Clearly, India and Pakistan have an important stake in increasing trade with one another and promoting commerce within the region. So too does the rest of the world. The question then becomes: How can the United States, working in close collaboration with other nations, help create a more prosperous regional economic climate and contribute to better political relations between two nuclear-armed countries with a very difficult recent past?

The solution begins with the international community embracing a new global economic imperative and making a decision to engage in era-altering change. Two common-sense focal points for such activity in Pakistan are infrastructure and small and medium-sized enterprises. Both can create employment and provide a “virtuous cycle” of economic benefits for the people of Pakistan.

The U.S. Congress has fostered growth in these two areas by allocating $80 million of assistance to be invested in venture-capital funds through the Pakistan Private Investment Initiative. Yet in order to achieve lasting success, this won’t be enough. There needs to be a larger and more global effort, both from a financial and a policy standpoint, to create a productive, well-integrated regional marketplace with the capacity to sustain a combined population of 1.4 billion people.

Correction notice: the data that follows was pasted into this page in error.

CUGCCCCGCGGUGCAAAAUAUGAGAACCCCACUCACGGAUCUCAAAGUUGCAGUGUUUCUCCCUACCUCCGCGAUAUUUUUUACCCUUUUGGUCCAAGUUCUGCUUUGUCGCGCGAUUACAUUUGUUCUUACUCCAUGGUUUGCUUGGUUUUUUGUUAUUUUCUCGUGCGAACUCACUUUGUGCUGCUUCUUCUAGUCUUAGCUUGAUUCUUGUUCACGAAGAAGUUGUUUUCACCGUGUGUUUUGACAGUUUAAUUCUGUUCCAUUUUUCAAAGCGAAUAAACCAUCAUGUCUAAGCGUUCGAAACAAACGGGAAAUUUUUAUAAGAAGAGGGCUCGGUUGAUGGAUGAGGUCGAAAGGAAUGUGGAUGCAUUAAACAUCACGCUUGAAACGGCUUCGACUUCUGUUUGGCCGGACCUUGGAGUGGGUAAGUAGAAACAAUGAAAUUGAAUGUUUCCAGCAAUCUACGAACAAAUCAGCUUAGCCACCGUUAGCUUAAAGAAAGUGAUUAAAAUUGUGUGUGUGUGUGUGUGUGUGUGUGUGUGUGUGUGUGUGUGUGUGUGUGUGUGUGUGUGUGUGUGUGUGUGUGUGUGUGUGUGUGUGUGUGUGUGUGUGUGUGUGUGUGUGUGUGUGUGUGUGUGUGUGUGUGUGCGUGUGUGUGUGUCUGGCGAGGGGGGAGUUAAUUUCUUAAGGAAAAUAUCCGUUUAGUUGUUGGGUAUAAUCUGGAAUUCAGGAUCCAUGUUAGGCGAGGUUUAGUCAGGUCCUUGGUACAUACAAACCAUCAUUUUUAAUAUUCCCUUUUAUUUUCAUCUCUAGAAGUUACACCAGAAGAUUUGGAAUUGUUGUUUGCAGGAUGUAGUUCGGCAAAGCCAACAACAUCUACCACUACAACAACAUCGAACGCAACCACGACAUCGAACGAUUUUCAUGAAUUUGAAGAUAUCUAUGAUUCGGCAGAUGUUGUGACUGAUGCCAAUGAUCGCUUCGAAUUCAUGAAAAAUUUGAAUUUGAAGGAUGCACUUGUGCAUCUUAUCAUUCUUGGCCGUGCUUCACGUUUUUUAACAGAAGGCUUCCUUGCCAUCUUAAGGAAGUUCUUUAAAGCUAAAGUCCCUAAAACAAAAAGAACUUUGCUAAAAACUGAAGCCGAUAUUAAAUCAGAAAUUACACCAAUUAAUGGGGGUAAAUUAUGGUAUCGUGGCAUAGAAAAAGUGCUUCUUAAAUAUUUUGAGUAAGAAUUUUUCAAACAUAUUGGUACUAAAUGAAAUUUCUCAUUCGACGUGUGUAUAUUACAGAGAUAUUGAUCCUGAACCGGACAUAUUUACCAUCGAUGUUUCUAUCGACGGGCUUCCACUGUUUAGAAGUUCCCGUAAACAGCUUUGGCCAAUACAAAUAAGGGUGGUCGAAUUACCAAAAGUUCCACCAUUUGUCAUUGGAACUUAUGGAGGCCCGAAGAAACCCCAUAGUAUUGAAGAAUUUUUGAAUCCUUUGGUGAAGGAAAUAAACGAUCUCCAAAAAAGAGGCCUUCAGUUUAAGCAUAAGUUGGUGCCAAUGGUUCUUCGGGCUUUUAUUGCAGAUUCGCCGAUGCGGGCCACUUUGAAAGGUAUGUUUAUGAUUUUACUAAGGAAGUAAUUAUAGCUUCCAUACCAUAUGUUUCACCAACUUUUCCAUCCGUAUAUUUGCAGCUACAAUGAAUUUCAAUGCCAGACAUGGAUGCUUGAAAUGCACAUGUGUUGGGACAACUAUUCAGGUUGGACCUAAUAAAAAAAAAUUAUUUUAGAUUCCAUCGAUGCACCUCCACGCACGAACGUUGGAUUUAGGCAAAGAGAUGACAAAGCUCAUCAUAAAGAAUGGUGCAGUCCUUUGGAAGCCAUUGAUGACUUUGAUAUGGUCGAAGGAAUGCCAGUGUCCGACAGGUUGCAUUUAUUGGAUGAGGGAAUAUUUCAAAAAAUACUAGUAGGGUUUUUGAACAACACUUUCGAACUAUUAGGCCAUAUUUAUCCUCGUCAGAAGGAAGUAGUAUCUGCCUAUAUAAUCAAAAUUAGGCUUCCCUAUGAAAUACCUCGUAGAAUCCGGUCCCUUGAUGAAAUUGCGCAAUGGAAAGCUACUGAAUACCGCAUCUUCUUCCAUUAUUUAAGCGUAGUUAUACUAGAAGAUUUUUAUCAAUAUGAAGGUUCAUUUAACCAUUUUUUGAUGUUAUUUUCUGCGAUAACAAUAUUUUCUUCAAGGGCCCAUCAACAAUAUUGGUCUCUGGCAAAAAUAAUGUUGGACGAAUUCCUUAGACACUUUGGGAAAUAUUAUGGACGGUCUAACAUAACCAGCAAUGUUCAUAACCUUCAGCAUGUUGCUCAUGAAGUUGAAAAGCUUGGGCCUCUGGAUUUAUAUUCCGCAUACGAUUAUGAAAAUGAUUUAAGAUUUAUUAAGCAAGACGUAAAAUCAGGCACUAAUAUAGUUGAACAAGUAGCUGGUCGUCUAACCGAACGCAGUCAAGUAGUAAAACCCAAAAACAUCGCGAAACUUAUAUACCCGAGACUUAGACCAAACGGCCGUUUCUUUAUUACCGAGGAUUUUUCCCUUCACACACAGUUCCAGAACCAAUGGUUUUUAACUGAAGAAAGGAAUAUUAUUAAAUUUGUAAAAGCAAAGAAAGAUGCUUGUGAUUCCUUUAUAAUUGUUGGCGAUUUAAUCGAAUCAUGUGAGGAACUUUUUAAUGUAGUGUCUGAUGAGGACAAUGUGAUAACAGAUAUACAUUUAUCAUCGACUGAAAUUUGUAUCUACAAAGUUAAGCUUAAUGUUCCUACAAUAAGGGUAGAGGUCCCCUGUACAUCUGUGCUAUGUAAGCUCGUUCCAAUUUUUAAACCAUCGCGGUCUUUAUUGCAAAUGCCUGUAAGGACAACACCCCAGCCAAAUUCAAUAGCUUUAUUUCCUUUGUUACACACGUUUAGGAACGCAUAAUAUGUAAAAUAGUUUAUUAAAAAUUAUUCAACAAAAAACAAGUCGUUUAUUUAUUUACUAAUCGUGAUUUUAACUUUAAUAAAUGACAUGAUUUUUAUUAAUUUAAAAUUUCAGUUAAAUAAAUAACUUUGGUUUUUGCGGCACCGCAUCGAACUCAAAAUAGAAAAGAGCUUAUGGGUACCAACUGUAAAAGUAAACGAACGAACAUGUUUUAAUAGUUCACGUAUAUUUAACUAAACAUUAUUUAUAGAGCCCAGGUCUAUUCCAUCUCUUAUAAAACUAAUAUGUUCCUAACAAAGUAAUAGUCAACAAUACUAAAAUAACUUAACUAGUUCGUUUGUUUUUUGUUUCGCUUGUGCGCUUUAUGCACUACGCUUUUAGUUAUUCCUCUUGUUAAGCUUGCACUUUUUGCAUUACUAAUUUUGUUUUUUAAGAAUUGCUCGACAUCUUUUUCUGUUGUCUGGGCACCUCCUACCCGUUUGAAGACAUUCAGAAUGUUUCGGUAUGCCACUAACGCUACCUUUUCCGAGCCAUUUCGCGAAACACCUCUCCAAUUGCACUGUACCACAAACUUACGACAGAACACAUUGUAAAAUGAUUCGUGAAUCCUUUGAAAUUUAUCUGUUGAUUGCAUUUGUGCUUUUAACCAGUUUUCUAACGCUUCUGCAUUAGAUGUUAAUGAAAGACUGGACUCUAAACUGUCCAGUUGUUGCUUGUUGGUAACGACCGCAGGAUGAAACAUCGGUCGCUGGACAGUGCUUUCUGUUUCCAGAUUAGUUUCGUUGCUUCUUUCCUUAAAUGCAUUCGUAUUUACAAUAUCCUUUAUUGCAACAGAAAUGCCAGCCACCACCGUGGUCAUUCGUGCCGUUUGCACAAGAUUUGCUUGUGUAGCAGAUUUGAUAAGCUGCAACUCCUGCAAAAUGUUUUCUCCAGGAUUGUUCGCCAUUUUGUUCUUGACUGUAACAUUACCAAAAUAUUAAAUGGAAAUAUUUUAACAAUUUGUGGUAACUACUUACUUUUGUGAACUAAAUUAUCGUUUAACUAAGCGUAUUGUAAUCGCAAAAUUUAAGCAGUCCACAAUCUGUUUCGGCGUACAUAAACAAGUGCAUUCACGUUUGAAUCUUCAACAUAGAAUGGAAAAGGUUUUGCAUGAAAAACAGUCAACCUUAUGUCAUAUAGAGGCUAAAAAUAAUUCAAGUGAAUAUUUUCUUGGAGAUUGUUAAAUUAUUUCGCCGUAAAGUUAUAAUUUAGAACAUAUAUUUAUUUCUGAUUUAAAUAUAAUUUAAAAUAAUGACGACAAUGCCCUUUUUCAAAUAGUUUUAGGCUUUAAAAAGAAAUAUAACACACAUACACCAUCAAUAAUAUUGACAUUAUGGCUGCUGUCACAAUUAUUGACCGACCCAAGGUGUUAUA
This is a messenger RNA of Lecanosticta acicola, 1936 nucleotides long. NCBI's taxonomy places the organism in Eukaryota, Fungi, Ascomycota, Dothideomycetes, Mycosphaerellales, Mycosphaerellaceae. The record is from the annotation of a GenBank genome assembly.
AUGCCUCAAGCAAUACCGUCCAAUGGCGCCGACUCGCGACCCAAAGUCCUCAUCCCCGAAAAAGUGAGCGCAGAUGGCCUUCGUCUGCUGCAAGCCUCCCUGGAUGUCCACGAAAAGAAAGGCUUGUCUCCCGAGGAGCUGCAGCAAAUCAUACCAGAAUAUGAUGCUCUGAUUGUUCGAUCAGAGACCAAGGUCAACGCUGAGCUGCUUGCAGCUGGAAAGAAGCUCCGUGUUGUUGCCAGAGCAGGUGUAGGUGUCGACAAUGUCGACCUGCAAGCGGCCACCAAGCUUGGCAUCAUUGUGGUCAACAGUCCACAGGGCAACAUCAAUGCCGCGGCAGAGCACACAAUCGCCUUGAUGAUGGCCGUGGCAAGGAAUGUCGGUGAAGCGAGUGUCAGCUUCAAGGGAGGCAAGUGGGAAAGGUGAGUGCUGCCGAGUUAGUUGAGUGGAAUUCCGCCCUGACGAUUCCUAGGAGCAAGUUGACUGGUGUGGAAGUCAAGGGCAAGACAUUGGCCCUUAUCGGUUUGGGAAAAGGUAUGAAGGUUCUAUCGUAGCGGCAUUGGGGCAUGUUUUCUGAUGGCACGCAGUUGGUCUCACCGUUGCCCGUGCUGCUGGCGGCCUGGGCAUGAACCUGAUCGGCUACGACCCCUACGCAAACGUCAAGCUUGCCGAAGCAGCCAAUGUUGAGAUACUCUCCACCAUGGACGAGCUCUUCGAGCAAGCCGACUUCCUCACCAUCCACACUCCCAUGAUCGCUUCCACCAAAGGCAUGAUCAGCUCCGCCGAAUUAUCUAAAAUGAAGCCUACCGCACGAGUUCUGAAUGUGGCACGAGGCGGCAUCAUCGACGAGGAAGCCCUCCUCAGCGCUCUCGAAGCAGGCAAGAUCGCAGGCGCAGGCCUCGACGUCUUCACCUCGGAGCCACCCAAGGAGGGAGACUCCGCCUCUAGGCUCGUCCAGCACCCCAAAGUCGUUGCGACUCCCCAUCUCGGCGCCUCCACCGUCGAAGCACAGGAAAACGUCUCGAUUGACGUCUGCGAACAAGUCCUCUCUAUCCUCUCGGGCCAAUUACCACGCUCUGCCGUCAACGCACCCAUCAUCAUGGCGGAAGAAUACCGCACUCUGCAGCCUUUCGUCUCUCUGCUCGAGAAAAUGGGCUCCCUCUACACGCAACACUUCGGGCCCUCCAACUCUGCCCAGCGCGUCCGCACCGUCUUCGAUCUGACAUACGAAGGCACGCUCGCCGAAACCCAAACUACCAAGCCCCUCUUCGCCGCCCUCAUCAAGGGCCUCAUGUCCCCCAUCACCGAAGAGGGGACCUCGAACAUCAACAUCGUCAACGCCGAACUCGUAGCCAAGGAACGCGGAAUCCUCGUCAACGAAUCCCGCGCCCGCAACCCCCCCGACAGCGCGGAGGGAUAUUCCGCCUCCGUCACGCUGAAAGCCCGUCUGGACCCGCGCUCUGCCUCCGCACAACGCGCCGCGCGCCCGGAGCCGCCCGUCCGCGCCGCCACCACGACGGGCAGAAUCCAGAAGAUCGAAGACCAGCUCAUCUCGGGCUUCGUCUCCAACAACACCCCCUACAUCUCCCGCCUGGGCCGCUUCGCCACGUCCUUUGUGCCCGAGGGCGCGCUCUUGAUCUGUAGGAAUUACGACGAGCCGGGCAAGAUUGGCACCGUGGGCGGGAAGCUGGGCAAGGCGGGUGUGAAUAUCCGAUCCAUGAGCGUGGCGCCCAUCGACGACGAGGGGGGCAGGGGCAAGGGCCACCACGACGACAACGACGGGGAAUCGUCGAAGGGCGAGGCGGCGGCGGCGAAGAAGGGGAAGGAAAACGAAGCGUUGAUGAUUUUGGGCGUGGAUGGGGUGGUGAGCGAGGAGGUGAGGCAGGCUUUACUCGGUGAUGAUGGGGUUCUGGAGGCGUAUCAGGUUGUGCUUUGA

Given the economic disparity between the two countries, a special emphasis must be placed on the many needs of Pakistan to ensure its people are not given the short end of the stick. We must look beyond the current political and religious divisions between India and Pakistan and find a way to support Pakistani leaders in their quest to provide their people with what they really want: a decent and sustainable life. A widescale effort should be designed to invest in core needs such as energy, telecommunications, water, transportation, and education.